A strict Kolhan University is set to crack a whip on its constituent and affiliated colleges that have failed to take some prescribed hi-tech measures for development of infrastructure and providing an improved academic to the students.
Only six out of 28 colleges have honoured the university’s fiat that had asked them last year to install Wi-Fi on campuses, introduce video-conferencing facilities and launch websites by utilising their development funds. The biometric system for maintaining attendance, which has been made compulsory by governor Syed Ahmed, also the chancellor of state universities, is yet to make a debut at any of the constituent colleges.
“Some affiliated private colleges have installed Wi-Fi on the campus, but the constituent ones have a long way to go. None of them has either introduced Wi-Fi or the biometric attendance record. Hence, we have decided to send letters to them, seeking to know what they have done to improve existing infrastructure,” said Salil Kumar Roy, vice chancellor of Kolhan University.
Last July, the varsity had issued a notice, asking all 28 affiliated and constituent colleges to launch own websites within a month to facilitate communication with the university headquarters in Chaibasa. All relevant details, like RTI rules, dates of examinations, last dates of form submissions, availability of prospectus et al were supposed to be uploaded on the websites.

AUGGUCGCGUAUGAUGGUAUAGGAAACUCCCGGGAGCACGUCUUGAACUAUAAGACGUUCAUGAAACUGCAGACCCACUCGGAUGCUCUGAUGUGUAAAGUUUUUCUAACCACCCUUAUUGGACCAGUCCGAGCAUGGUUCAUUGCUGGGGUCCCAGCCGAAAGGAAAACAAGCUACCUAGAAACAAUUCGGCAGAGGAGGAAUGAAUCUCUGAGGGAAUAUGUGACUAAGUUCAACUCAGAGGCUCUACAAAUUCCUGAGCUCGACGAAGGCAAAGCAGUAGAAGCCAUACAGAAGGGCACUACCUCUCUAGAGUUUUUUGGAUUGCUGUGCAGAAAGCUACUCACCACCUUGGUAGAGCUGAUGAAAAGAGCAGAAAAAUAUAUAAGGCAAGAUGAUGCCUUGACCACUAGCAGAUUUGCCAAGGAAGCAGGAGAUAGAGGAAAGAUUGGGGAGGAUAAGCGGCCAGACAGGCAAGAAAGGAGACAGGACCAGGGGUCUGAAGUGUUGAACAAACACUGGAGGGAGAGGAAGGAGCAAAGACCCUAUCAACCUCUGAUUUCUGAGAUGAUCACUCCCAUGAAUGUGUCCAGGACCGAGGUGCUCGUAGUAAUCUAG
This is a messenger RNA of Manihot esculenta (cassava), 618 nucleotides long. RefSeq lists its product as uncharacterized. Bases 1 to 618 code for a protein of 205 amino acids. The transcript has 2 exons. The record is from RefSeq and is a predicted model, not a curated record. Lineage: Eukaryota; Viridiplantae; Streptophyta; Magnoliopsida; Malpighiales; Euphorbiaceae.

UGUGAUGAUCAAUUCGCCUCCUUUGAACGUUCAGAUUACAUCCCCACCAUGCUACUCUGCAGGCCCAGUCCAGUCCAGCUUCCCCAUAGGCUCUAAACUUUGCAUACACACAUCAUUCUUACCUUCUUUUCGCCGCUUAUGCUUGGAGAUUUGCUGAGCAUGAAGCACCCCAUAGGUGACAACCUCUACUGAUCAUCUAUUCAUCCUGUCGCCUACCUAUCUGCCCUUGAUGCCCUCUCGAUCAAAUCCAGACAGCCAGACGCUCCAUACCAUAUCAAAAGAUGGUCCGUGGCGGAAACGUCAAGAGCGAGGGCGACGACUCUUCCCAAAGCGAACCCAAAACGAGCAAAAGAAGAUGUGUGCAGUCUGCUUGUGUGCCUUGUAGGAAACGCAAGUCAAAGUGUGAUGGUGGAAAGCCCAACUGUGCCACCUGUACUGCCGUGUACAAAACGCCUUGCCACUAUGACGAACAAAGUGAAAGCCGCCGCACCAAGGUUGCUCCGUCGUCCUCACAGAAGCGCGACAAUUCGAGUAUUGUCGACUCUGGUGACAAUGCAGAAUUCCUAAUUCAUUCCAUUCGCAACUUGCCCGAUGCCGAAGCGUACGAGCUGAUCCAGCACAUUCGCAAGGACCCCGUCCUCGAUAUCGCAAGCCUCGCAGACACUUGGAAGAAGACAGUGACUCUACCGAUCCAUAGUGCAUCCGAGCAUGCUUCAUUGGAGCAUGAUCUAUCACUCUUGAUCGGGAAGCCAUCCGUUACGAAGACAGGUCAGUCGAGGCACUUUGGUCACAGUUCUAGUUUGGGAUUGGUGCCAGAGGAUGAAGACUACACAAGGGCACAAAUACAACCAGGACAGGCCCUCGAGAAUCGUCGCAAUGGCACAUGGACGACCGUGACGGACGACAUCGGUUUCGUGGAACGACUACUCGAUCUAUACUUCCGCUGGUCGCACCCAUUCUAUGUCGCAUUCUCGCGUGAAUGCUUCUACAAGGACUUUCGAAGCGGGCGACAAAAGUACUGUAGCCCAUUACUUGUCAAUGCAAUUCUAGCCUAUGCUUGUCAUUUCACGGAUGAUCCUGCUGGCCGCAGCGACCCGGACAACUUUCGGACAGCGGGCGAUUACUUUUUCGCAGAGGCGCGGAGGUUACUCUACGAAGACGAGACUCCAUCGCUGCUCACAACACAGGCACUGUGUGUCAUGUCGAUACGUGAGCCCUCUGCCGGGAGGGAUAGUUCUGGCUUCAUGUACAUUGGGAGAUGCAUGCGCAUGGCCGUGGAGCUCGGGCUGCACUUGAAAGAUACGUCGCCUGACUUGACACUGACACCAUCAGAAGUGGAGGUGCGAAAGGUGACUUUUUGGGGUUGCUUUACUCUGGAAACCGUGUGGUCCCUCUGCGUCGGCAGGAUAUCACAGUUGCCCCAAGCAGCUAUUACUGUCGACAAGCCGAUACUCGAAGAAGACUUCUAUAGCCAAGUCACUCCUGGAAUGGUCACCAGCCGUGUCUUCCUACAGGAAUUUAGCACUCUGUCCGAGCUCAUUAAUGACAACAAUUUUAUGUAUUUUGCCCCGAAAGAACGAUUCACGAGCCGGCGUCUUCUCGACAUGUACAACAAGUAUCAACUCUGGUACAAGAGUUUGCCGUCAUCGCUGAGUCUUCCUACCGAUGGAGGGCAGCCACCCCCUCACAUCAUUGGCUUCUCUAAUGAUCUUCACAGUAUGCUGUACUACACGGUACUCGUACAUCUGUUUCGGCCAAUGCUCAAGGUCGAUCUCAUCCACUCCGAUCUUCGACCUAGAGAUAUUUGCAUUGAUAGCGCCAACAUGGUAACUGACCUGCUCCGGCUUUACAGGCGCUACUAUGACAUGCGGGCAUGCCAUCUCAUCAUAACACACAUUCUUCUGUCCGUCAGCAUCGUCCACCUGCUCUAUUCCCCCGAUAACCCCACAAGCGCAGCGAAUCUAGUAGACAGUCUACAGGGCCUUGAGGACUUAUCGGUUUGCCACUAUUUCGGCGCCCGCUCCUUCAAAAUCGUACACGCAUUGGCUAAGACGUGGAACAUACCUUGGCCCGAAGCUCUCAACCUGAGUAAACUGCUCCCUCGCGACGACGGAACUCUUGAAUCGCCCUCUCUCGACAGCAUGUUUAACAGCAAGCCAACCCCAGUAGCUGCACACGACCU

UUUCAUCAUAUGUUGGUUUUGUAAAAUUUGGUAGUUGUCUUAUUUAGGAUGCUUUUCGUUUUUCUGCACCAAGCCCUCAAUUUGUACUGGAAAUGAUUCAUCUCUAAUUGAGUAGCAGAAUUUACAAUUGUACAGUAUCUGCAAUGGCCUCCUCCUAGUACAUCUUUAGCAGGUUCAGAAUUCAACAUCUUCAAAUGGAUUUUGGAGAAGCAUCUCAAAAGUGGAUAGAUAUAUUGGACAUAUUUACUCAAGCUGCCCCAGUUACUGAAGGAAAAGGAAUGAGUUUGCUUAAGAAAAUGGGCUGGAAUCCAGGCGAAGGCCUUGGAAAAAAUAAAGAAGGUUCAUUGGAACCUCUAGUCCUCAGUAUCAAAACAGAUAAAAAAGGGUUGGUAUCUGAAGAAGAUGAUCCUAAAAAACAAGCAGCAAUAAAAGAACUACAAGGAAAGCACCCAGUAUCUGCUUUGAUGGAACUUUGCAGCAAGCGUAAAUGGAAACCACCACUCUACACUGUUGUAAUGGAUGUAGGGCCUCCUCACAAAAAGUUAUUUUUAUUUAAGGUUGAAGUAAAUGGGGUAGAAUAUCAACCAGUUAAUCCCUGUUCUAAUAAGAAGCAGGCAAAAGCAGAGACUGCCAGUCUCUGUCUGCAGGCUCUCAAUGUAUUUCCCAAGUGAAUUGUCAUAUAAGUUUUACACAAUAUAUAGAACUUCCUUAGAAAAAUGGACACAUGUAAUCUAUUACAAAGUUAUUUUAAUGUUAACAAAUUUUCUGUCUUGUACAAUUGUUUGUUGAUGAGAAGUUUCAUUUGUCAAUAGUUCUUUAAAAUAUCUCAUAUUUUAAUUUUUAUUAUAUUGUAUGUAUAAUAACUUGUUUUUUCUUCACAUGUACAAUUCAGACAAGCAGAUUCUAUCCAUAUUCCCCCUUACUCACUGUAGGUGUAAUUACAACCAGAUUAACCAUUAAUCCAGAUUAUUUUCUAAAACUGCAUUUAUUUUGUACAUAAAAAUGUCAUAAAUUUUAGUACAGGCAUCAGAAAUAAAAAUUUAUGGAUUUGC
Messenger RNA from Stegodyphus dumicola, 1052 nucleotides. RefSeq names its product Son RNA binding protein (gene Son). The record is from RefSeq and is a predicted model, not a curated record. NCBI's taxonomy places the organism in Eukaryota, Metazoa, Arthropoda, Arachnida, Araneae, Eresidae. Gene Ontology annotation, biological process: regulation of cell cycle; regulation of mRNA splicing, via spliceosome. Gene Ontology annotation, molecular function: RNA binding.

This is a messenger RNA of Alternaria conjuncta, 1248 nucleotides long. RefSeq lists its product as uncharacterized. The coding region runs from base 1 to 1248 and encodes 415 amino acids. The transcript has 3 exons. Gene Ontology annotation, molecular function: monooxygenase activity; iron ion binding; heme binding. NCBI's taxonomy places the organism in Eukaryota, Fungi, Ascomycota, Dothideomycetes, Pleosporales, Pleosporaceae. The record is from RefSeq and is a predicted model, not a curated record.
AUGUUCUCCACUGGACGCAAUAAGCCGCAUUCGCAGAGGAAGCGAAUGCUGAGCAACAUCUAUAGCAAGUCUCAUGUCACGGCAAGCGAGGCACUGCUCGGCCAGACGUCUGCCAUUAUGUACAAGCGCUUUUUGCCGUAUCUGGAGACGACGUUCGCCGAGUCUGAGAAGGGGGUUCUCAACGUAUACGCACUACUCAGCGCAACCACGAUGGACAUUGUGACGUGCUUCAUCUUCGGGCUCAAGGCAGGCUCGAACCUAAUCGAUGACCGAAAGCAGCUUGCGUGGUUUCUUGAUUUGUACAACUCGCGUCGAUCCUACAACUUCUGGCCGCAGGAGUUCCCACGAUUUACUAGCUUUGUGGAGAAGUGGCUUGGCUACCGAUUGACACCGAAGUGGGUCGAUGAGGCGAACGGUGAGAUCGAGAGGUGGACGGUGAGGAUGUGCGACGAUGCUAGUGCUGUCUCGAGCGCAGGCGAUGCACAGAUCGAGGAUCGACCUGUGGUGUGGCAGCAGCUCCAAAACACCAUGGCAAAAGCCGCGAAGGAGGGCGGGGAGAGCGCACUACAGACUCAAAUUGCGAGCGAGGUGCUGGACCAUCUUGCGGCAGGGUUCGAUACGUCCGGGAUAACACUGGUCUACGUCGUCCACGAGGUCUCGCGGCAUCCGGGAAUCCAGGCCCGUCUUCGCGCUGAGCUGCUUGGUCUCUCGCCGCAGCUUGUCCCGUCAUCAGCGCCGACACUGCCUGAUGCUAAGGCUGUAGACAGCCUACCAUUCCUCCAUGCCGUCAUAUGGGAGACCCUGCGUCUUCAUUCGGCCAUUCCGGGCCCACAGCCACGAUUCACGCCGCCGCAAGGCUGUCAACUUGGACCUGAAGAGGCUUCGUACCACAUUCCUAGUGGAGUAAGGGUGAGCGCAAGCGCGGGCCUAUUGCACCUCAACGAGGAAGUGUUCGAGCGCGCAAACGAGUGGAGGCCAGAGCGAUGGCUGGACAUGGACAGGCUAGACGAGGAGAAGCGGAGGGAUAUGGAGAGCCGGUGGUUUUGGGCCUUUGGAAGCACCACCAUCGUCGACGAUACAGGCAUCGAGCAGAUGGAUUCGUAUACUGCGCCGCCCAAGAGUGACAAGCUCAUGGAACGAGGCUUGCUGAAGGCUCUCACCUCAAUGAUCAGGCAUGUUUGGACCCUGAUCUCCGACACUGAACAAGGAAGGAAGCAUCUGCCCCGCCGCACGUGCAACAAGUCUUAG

The main purpose was to make the college staff tech-savvy and connect them with the varsity headquarters, particularly those located far away. The university has also agreed to provide a grant of maximum Rs 50,000 maximum for the job if the colleges needed financial assistance.
However, only a few colleges — Jamshedpur Women’s College, Karim City College, NSIBM, RVS College of Engineering and Technology, Awadh Dental College and MGM Medical College —toed the line and floated websites besides upgrading the campuses with Wi-Fi. Two constituent colleges — Graduate School College for Women and Jamshedpur Worker’s College — are taking steps to tread the tech path.
“Work is on. I think it will take a fortnight to wrap up everything. We are yet to install the biometric system, which will happen soon after the ongoing work is over,” said D.P. Shukla, principal, Jamshedpur Women’s College.
Tata College, Chaibasa, is planning to upgrade its infrastructure with Rs 25 lakh that has been provided by the department of science and technology to set up a computer system for educating tribal youths in technology. This grant is meant for colleges in backward areas.
But principals of colleges, especially those in remote areas, appeared clueless. Some were not even aware of the directive.
“We don’t know how to go about it. We are already facing staff crunch and it will be very difficult to manage so many things together,” said a principal on condition of anonymity.